In a nutshell, the Gradient Factor Low (GFlo) setting determines at what depth the first decompression stop will be mandated. The lower the number, the deeper the first stop will arise.
Using dive planner software, the diver can experiment with variable GFlo settings. For any given dive profile, they will notice that they have complete control over their initial stop depth.
So, where is a logical place to first stop?
Match the first deco stop with the first gas switch
I’ll suggest that an ideal first stop depth should coincide with the initial gas switch depth, i.e. the MOD of the first mixture switched to during ascent – whether that is an appropriately calculated trimix travel gas or just the 50% deco gas on shallower tech dives.
This assumes that the diver will (1) opt for a 50% deco mix as their first-choice initial deco gas mix, and (2) that diver will use an appropriate travel gas when using hypoxic trimix.
In general, I am not a big fan of back-gas deco. The sole purported benefit from deep stops (on back gas) is micro-bubble management. That may be a philosophical or holistic attraction to some, but it inevitably costs the diver with respect to greater slow-tissue on-gassing and, thus, longer overall deco obligations.
Maximize off gassing as the priority
Forgive me for perhaps being obtuse, but I thought the driving aim of decompression was to actually get rid of inert gas, not to load more of it deeper into our tissues.
Back-gas decompression stops only benefit slightly through the diffusion value of leading (faster) tissues. Fast tissues, and fast-tissue micro-bubbles, will be more than adequately resolved in the early phases of accelerated deco anyway.
Note: Of course, there may exist certain very extreme hypoxic dives whereby the diver simply can’t carry enough cylinders to enable gas switches at the significant depths where helium fast-tissue micro-bubble control might be advantageous. That said, who even does very extreme hypoxic dives on open-circuit nowadays?
Avoid back gas deco stops
I am also not a fan of ascending on back gas when I have a much more optimal mix to breathe. I want to utilize a deco gas immediately from its MOD for the maximal off-gassing I can achieve.
If you’ve got it, use it.
And if you’re going to use it, why not slow your ascent down with a schedule of shorter stops up until your longer decompression depths occur? All that you’re really doing is slowing a 9-10m per minute ascent down to a 3m per minute ascent. Your gas switch is providing you with adequate differential for off-gassing, so there’s no need to rush once switched.
There is safety value in habitual routine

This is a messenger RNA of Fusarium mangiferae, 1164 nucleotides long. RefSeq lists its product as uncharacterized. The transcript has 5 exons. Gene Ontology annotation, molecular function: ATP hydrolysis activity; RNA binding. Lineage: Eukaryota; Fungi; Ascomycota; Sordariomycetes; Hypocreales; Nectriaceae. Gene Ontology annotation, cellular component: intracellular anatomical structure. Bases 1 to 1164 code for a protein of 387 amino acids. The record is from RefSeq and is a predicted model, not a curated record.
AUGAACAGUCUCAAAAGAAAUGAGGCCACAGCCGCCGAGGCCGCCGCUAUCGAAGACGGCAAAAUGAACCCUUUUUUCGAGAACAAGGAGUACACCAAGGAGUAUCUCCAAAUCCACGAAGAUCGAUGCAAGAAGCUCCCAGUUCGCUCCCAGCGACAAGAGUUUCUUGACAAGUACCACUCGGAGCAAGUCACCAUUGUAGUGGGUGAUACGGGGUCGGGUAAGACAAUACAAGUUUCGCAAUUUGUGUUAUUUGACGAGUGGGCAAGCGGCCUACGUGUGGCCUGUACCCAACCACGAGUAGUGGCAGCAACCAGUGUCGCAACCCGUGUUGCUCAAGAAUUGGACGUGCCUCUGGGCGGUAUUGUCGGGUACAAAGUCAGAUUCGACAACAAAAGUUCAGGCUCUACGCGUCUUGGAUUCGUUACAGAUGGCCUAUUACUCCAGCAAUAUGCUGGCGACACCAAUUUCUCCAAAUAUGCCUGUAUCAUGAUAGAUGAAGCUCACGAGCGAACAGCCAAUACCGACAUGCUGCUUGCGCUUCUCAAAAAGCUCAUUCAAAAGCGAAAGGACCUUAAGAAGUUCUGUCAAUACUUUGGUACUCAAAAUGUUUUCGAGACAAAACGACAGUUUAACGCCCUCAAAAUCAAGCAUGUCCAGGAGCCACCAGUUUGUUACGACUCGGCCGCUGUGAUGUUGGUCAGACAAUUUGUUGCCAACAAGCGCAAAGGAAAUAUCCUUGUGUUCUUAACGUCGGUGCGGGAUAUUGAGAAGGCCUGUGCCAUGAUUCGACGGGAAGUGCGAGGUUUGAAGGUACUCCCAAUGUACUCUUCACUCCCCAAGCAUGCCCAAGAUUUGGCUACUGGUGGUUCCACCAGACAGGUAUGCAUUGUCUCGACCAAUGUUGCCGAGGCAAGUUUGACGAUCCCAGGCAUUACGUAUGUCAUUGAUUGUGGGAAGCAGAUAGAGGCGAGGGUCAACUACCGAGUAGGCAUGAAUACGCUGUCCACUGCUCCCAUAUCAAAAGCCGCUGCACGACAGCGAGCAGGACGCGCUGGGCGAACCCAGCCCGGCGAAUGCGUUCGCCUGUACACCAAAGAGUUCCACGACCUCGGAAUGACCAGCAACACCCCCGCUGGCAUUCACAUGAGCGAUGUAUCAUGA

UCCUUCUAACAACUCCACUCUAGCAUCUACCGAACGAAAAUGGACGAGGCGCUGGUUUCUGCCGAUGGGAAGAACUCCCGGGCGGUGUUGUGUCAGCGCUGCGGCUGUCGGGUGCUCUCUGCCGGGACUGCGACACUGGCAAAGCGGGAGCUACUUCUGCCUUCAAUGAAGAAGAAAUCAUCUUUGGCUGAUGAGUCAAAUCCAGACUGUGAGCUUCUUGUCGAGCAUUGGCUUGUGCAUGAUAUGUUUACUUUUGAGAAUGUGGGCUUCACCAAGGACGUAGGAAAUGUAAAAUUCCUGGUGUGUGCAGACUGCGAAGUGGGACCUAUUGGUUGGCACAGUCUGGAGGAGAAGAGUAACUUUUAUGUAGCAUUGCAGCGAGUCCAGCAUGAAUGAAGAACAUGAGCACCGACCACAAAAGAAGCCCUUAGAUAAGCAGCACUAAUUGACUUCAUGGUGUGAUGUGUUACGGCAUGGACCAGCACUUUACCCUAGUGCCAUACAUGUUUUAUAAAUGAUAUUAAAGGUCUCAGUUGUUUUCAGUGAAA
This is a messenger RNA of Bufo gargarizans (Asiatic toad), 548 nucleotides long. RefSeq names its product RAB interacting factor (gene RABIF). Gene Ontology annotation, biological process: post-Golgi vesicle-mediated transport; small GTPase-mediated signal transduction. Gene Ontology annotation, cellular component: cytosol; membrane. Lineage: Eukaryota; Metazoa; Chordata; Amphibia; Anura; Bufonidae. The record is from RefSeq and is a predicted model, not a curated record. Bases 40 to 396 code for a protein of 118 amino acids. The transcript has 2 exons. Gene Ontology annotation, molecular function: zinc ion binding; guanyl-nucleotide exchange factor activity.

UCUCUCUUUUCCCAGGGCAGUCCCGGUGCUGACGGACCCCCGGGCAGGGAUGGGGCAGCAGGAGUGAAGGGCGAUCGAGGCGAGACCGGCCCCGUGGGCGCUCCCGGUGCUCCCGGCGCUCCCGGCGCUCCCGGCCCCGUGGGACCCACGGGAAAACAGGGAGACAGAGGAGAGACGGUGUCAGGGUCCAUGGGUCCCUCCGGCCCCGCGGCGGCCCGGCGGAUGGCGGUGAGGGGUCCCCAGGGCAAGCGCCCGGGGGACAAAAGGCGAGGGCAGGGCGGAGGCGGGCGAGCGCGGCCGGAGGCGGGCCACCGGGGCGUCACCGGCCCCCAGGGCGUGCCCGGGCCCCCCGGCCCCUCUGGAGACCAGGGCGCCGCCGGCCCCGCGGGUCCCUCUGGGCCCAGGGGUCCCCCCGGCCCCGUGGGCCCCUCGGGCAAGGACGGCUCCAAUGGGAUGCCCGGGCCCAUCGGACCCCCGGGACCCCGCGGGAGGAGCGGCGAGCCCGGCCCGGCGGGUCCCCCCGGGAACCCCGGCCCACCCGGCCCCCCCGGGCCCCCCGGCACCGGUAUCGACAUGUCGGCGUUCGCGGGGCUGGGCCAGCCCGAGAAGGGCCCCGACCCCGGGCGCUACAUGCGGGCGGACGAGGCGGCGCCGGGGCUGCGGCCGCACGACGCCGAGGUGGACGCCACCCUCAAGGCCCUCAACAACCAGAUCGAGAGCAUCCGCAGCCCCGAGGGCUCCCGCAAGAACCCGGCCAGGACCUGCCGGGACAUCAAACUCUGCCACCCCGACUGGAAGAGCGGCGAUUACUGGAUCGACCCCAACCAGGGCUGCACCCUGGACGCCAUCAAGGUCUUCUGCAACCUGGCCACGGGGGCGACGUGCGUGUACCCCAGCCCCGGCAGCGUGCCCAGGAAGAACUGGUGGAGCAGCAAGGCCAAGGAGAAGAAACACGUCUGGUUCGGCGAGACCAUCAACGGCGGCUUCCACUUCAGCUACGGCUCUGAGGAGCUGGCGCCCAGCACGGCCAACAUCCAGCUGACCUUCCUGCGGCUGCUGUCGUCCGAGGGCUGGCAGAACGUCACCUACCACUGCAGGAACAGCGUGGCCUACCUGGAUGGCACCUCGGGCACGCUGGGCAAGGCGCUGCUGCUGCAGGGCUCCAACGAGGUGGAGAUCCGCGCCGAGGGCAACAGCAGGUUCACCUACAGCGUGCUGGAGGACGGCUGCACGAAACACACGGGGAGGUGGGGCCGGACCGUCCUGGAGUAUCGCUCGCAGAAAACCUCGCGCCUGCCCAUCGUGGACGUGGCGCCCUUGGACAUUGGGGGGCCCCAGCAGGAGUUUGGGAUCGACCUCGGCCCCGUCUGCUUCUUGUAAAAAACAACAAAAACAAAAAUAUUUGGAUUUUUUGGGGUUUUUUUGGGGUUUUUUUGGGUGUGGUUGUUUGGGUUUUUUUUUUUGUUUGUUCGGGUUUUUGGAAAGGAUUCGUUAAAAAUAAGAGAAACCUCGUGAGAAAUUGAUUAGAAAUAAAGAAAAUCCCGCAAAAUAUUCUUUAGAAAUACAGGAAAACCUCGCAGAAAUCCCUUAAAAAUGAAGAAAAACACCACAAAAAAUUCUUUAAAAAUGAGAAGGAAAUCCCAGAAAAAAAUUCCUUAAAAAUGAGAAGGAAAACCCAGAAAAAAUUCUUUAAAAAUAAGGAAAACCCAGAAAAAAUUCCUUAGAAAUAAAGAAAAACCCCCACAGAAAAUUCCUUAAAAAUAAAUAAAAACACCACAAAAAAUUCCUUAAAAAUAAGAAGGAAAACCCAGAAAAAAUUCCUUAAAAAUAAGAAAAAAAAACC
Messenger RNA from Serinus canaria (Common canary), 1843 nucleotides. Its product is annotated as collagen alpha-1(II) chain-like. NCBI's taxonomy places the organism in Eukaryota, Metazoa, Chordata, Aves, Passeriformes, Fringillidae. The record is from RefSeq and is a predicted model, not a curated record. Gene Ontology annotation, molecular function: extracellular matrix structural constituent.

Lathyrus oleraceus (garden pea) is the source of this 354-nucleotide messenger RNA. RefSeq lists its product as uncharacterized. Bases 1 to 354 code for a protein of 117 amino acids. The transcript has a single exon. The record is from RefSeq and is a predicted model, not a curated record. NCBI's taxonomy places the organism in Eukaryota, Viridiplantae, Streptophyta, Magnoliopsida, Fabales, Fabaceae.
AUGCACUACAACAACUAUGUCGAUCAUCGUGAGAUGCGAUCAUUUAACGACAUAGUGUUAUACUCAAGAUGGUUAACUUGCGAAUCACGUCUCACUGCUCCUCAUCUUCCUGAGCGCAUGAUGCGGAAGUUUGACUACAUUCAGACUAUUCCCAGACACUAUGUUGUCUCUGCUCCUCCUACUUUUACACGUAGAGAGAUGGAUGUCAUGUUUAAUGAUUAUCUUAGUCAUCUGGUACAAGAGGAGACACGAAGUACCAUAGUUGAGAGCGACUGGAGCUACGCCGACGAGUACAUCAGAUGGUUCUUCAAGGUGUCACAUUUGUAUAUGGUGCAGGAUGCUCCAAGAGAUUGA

There’s another big benefit behind this simple GFlo system – it consistently determines your first stop at the same depth – that being the gas MOD/switch depth. Consistency and simplicity are great things in technical diving – they help prevent human factors errors (i.e. screw-ups) from occurring.
If you rely upon a constant, or default, gradient factor low – then your first stop depth will vary from one dive profile to another. That increases the risk of confusion leading to omitted stops. You’re much less likely to make a critical error if you always begin your staged decompression from the MOD of your first gas switch, especially if you consistently opt for the same standard mixes.
GF Low – Example Use
So, for example: on a typical extended-range or normoxic trimix dive, I will usually be carrying a cylinder of 50% deco gas. As the MOD for that gas is 21m/70ft, I will use my planning software to adjust my GFlo setting until it calculates my first deco stop at that same depth. Easy.
At that time/depth, and once switched onto my 50%, I can be confident that I am neither loading my slow tissues nor missing out on a more optimal off-gassing differential.
GFLo example 1:
In this example (planned on Multi-Deco using ZHL-16C) the diver uses the default Shearwater setting of GF30/70 for a 20-minute air dive to 40m with 50% deco mix. You can see that even on this lightweight tech dive, the algorithm mandates the first stop at 18m – above the optimal gas-switch depth for the 50% mix carried.
A simple downwards tweak of GFlo to a setting of 25/70 drops our first mandated stop down to 21m. This corresponds with our mix MOD and gas switch. The runtime increases by 1 minute to reflect the length of that extra stop. However, we have simplified our ascent plan and added some extra conservatism with respect to the extra 1 minute of off-gassing. For those concerned over micro-bubbles, the deeper stop on a richer mix will have some extra effect on faster-tissue bubble resolution.
GFlo example 2:
Let’s look at the opposite case – in this instance a 50m dive, also for 20 minutes using air and 50%. Again, we start with the Shearwater default settings of GF 30/70. We can see that the model now mandates the first stop at 24m. This is below our deco mix MOD of 21m. During this stop, we can assume that our slow-tissue will further on gas.